Santa Maria’s school districts, which are among the largest in the area, reopened campuses to a portion of students Tuesday. District officials were cautious in their approach of in-person learning.
Seniors in the Santa Maria Joint Union High School District received an enthusiastic “welcome back” upon their campus re-entry Tuesday. All other grades are in distance learning, but district officials are reevaluating the schedule weekly.
Balloon arches in school colors ushered students to COVID-19 screening checkpoints, and school administrators gave gifts to the class of 2021.
Pioneer Valley High School Principal Shanda Herrera welcomed seniors with miniature candy bars and cloth masks imprinted with the school logo.
“It was wonderful to see our seniors at all of our high schools today,’’ Superintendent Antonio Garcia said in an email statement. “Our staff have worked hard to provide a safe, heartfelt welcome for our students and it was evident that our seniors appreciated it.”
The campuses of PVHS, Santa Maria High School and Ernest Righetti High School each had around 200 of their 600 enrolled seniors. Delta High School, as a continuation school, has fewer students.
Another 200 or so students will attend campus today.
“I can’t wait to talk to my teacher face to face,” student Shamar Cabrera said. “It’s surreal, it’s been so long.’’
“As long as everyone continues to adhere to COVID-19 prevention protocols with fidelity, we will safely be able to navigate our way to the end of the school year,’’ Kenny Klein, the district’s public information officer, said. “Very exciting and inspiring day.’’
Santa Maria-Bonita School District students also began to return to in-person learning. Grades TK-1 entered classrooms Tuesday, and grades 2-4 will join next Tuesday.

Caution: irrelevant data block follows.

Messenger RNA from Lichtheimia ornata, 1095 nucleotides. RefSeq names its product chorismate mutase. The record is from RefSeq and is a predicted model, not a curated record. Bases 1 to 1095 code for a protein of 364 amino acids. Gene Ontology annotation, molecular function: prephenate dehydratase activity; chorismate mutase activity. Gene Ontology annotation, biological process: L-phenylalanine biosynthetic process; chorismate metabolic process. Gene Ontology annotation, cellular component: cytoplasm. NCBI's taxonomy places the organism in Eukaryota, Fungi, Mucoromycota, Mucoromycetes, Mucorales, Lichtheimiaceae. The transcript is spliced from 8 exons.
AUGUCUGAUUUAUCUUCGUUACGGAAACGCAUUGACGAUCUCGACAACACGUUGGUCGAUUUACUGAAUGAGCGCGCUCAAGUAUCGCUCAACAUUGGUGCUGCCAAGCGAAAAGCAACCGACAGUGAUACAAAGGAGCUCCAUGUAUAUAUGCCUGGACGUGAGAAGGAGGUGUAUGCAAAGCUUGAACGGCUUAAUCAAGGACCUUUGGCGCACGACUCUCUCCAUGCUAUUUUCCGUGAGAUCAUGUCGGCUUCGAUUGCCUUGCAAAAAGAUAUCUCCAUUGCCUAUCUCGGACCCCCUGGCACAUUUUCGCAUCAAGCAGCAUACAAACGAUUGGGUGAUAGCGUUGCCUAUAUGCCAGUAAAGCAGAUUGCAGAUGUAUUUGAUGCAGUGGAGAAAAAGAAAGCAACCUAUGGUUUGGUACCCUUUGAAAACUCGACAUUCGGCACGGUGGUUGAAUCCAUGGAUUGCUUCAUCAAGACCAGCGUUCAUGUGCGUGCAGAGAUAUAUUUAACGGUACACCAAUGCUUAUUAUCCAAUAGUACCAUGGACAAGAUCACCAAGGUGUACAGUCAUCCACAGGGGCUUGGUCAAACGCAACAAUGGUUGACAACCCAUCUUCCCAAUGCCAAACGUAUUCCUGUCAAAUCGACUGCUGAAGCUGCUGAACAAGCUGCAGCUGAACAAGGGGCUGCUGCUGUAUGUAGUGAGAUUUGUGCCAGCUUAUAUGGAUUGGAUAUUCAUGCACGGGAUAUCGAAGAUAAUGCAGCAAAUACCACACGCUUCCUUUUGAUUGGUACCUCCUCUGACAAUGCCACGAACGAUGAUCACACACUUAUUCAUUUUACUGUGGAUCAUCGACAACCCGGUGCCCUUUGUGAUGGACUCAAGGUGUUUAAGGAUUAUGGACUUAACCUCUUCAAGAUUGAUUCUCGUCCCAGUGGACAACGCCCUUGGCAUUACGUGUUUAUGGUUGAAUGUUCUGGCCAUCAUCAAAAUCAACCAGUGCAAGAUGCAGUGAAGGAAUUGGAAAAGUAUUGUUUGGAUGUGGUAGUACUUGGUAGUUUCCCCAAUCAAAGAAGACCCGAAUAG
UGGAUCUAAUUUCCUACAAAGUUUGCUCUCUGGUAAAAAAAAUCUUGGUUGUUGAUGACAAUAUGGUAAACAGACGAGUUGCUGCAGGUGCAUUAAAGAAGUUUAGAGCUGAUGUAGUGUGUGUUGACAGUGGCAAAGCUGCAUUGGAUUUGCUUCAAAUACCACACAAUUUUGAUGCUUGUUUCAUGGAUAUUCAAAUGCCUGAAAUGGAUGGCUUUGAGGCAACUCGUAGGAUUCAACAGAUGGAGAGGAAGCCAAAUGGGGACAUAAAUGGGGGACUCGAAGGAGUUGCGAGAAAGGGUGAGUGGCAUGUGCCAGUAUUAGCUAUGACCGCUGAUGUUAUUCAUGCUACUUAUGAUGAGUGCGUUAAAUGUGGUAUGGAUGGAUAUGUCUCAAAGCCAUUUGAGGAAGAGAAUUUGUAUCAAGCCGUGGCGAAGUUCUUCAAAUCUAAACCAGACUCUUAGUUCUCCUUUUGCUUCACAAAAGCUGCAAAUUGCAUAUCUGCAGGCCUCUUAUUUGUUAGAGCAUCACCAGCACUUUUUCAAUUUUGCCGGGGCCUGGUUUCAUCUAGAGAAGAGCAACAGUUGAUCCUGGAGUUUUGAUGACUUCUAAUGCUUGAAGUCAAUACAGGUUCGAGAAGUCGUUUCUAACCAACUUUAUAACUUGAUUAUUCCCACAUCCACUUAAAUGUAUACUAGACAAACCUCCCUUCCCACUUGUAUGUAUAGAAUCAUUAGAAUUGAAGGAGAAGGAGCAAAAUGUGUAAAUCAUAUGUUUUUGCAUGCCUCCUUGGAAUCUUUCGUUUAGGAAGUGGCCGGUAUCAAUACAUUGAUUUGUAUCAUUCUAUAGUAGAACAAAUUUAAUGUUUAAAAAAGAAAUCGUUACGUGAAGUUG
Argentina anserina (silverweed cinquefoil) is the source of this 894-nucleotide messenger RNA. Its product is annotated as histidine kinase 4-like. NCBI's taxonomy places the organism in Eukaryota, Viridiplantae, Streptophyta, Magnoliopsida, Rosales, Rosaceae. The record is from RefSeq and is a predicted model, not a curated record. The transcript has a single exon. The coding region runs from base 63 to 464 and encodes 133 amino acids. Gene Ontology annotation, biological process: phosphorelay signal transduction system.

Fifth-, sixth- and seventh-grade students come to campus May 4, and eighth grade starts May 11 — a little less than a month away from the last day, June 8.
The transition hasn’t been simple for teachers, who are now balancing students in-person and online.
Jose Segura, president of the Santa Maria Elementary Education Association, heard reports of some students not showing up Tuesday.
He’s optimistic that they’ll return soon, as he can think of reasons families might have missed the first day, like a new bus schedule.
He describes the reopening process as “fairly chaotic” because the initial plan discussed a few months ago by the school board has been through constant changes.
But the district seems to have its “ducks in a row” now, according to Mr. Segura.
“The biggest challenges I think are going to be the inherent inequity of having kids in person in the classroom and students learning from home at the same time,” he said.
He’d like the district to consider an online academy format next year so distance learners can have a specialized program separate from in-person.
Additionally, classroom learning isn’t like what it used to be.
“There are all the health and safety issues and concerns that are going to play a part in making school just very different, even if you’re in person,” he said.
To prepare for her students’ return, seventh-grade English teacher Ryah Cooley wants to purchase cloth masks for her classroom.
She took to GoFundMe to raise $200, which she exceeded in less than a day.
“I am so excited to see my students in person again, but I want to make sure they are able to stay safe and healthy at school,” she said on the fundraising page.
The youngest students haven’t attended school prior to the pandemic, so the transition is overwhelming for them. But luckily, they’ve had their same teacher throughout the school year.
“We’re gonna do our best to get through the rest of the year and make sure that every student gets what they need,” Mr. Segura said. “We’re going to do the best we possibly can, whether kids are learning from home or they’re learning from the classroom. Every teacher is committed to making sure that every student gets the best possible education, between now and the last day of the school year.”